Support for faith schools criticised
THE SECULAR Society of Scotland has attacked the influence of religious schools in Scotland, following a message of support for them from MP Jim Murphy.
Murphy issued a statement in celebration of Catholic Education Week in Scotland to Philip Tartaglia, Archbishop of Glasgow. In the letter, he described “the positive influence of Catholic education” across Scottish public life.
Spencer Fildes, chair of the Scottish Secular Society said in response to Murphy: “Selection by religion, affording privilege to a single faith, promoting segregation, sanctioning a root cause of sectarianism, creating an “us and them” mentality between kids. Are these really what Jim Murphy wants to ‘reaffirm’ his support for?”
He continued: “The Scottish Secular Society understands how detrimental such religious interference in the areas he refers to can be, to learning, to politics, to ugly sporting rivalries – not to mention the shocking failures of Catholic sex education, which Mr Murphy ignores in his fawning superlatives to Archbishop Tartaglia. In a progressively diverse, multinational, modernising and multi-ethnic, progressive Scotland; his clear lack of religious impartiality looks absurd in an increasingly secularising Scotland.”
State funding for denominational education in Scotland has the support of Labour and the Scottish National Party. The Scottish Green Party is opposed to state funding of religious schools.
In Murphy’s letter he stated: “As someone who benefitted from a Scottish Catholic education, I know how important faith schools are to our country. In all walks of Scottish public life – from politics to sport, from law to academia, and from science to education – the positive influence of Catholic education is evident. Catholic schools are something to be celebrated.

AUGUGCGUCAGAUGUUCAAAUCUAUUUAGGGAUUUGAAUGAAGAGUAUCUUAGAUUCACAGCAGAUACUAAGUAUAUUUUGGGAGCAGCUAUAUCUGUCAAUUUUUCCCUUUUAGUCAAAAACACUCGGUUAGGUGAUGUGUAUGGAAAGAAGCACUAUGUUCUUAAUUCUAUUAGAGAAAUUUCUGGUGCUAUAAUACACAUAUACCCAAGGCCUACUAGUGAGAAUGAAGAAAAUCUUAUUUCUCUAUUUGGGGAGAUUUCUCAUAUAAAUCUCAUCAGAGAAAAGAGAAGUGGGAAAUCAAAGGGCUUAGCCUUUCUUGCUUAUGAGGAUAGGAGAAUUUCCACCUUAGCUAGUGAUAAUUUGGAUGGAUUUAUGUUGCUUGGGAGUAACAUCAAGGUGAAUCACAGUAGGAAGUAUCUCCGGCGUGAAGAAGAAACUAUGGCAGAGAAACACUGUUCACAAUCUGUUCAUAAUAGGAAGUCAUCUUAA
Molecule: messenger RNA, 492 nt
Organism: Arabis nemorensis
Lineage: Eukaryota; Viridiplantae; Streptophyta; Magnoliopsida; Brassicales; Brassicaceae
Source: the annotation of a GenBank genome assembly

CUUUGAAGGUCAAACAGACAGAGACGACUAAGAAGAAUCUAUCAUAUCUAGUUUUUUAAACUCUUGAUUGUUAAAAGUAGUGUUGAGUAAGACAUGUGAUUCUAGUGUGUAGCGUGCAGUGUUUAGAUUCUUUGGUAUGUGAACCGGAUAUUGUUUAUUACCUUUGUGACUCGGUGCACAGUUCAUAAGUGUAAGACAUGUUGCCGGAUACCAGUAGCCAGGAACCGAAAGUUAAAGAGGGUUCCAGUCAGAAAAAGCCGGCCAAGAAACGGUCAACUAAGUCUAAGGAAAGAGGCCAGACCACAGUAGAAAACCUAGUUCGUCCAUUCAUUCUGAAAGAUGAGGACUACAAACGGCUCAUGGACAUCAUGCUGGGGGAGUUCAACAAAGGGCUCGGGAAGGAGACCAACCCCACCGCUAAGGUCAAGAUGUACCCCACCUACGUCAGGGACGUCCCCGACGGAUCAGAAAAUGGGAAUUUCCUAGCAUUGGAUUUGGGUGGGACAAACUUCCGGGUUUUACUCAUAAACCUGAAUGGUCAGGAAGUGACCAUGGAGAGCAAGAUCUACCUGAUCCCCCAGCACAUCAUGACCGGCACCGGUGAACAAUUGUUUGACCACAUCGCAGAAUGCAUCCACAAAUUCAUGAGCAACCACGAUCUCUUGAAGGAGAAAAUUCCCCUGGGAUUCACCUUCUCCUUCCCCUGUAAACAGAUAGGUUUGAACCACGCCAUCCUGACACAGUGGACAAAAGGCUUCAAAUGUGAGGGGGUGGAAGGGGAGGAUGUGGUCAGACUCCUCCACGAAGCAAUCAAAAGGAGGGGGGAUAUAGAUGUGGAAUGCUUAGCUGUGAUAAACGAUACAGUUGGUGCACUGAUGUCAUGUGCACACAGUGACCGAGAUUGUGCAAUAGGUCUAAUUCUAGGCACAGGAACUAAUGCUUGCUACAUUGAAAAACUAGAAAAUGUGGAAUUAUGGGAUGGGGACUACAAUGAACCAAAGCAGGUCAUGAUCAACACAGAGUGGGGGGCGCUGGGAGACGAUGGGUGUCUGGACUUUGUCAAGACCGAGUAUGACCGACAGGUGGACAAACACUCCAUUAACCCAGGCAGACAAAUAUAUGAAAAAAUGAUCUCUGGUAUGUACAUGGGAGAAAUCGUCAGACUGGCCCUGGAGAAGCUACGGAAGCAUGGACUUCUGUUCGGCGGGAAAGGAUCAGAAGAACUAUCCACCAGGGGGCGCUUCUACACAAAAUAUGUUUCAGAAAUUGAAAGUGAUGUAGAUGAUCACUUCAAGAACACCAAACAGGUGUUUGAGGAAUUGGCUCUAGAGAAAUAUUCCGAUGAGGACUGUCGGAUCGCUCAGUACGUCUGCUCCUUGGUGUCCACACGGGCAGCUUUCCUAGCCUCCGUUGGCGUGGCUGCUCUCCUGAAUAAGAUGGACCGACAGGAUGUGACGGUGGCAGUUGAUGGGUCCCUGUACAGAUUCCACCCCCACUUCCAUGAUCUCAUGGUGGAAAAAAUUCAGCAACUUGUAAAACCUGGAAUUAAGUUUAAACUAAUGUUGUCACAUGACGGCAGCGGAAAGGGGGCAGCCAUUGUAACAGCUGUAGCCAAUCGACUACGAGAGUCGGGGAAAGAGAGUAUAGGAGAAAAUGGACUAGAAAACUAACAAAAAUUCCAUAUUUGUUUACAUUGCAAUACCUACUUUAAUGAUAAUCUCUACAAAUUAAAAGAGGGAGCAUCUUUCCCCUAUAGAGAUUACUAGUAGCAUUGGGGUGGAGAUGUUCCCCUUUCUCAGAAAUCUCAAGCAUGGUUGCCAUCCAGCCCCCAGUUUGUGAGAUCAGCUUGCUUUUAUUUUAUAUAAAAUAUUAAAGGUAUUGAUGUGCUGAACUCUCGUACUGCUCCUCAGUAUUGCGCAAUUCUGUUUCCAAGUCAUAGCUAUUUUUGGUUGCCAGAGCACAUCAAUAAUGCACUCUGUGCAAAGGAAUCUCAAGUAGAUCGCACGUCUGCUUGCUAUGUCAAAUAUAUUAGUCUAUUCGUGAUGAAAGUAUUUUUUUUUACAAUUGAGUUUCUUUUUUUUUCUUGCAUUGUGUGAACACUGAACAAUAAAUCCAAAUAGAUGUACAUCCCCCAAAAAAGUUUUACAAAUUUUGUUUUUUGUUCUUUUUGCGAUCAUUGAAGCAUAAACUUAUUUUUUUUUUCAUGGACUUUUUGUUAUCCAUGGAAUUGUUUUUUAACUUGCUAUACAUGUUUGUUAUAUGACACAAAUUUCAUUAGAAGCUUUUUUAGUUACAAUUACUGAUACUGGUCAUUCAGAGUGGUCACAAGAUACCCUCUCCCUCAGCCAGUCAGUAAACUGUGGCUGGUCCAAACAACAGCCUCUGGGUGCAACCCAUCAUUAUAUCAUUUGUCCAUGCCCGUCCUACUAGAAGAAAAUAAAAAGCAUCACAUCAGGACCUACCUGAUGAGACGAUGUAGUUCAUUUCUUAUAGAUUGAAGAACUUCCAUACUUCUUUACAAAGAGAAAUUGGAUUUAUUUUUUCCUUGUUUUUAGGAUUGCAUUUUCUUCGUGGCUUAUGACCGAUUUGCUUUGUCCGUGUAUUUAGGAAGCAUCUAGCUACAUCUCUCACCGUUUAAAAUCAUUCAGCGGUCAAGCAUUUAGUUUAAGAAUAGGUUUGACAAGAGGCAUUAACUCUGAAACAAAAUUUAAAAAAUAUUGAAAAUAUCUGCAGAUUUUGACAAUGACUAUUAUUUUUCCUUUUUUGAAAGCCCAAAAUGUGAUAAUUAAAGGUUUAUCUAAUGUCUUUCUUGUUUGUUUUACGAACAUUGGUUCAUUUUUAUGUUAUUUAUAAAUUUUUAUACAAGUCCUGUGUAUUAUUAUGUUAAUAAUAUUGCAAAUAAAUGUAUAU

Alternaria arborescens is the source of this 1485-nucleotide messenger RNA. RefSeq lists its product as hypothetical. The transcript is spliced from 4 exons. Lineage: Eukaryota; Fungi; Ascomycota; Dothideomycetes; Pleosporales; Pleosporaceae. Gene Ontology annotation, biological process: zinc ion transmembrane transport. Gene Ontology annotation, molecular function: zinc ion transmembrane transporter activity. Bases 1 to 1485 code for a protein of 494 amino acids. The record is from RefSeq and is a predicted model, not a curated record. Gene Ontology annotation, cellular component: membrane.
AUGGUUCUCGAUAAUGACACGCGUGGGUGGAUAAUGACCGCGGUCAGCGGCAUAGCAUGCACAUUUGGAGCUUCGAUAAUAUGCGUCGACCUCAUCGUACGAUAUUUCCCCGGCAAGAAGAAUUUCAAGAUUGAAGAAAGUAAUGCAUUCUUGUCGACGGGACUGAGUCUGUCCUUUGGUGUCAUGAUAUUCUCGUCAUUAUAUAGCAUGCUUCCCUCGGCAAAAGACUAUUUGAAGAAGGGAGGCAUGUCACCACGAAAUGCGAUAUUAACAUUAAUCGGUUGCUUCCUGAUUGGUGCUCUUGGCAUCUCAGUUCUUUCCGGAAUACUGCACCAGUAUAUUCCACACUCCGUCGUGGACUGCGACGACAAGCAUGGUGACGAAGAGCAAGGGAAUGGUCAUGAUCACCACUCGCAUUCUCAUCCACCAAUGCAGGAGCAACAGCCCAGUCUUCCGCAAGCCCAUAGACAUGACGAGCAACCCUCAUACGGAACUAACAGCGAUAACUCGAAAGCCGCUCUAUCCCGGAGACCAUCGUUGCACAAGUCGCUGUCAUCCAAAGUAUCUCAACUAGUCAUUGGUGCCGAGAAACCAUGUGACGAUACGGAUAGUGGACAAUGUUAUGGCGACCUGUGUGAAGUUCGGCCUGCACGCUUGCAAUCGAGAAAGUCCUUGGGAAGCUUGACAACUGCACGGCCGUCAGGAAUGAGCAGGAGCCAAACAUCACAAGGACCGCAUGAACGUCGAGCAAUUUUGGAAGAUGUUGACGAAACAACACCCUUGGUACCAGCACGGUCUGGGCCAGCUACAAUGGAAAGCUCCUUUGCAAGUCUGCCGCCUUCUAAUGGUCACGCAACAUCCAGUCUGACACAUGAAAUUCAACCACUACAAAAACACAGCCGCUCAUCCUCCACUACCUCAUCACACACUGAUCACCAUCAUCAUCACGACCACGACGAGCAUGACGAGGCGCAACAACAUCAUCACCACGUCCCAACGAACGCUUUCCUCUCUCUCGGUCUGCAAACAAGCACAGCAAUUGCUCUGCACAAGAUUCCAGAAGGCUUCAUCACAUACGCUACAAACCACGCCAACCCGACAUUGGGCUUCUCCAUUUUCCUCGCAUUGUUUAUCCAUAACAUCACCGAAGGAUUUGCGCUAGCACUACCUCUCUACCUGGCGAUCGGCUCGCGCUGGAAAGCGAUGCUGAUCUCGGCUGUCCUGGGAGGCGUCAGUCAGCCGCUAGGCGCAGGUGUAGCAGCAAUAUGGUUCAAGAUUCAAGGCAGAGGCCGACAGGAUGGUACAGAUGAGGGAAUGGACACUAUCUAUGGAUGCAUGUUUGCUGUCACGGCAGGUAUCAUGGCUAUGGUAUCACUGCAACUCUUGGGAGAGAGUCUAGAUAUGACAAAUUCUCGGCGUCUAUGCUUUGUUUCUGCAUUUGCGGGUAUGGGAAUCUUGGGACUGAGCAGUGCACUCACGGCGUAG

“As you will already know the Scottish Labour Party is fully committed to Catholic education. As the leader of my party I wanted to reaffirm our commitment to Catholic schools in Scotland personally in writing to you today. We recognise how important Catholic schools are to so many families and communities across Scotland. Under my leadership the Scottish Labour Party will seek to work ever closer with the Church to ensure they continue to excel.”
Earlier this week, First Minister Nicola Sturgeon and Jim Murphy MP both attended a special mass at St Columbkilles Church in Rutherglen to celebrate 50 years of the Scottish Catholic International Aid Fund.
The charity raises funds for global emergency aid and raises awareness of poverty in Scotland.
Catholic groups support a religious school system on the basis of a parent’s right to choose. Historically, Catholics in Scotland faced exclusion and discrimination in non-denominational schools.
However, secular campaigners say the distinction is no longer necessary.
Gary Otton, founder of SSS, said: “In schools, the needs of children must be put before religious dogma.”
Image courtesy of Brother O’Mara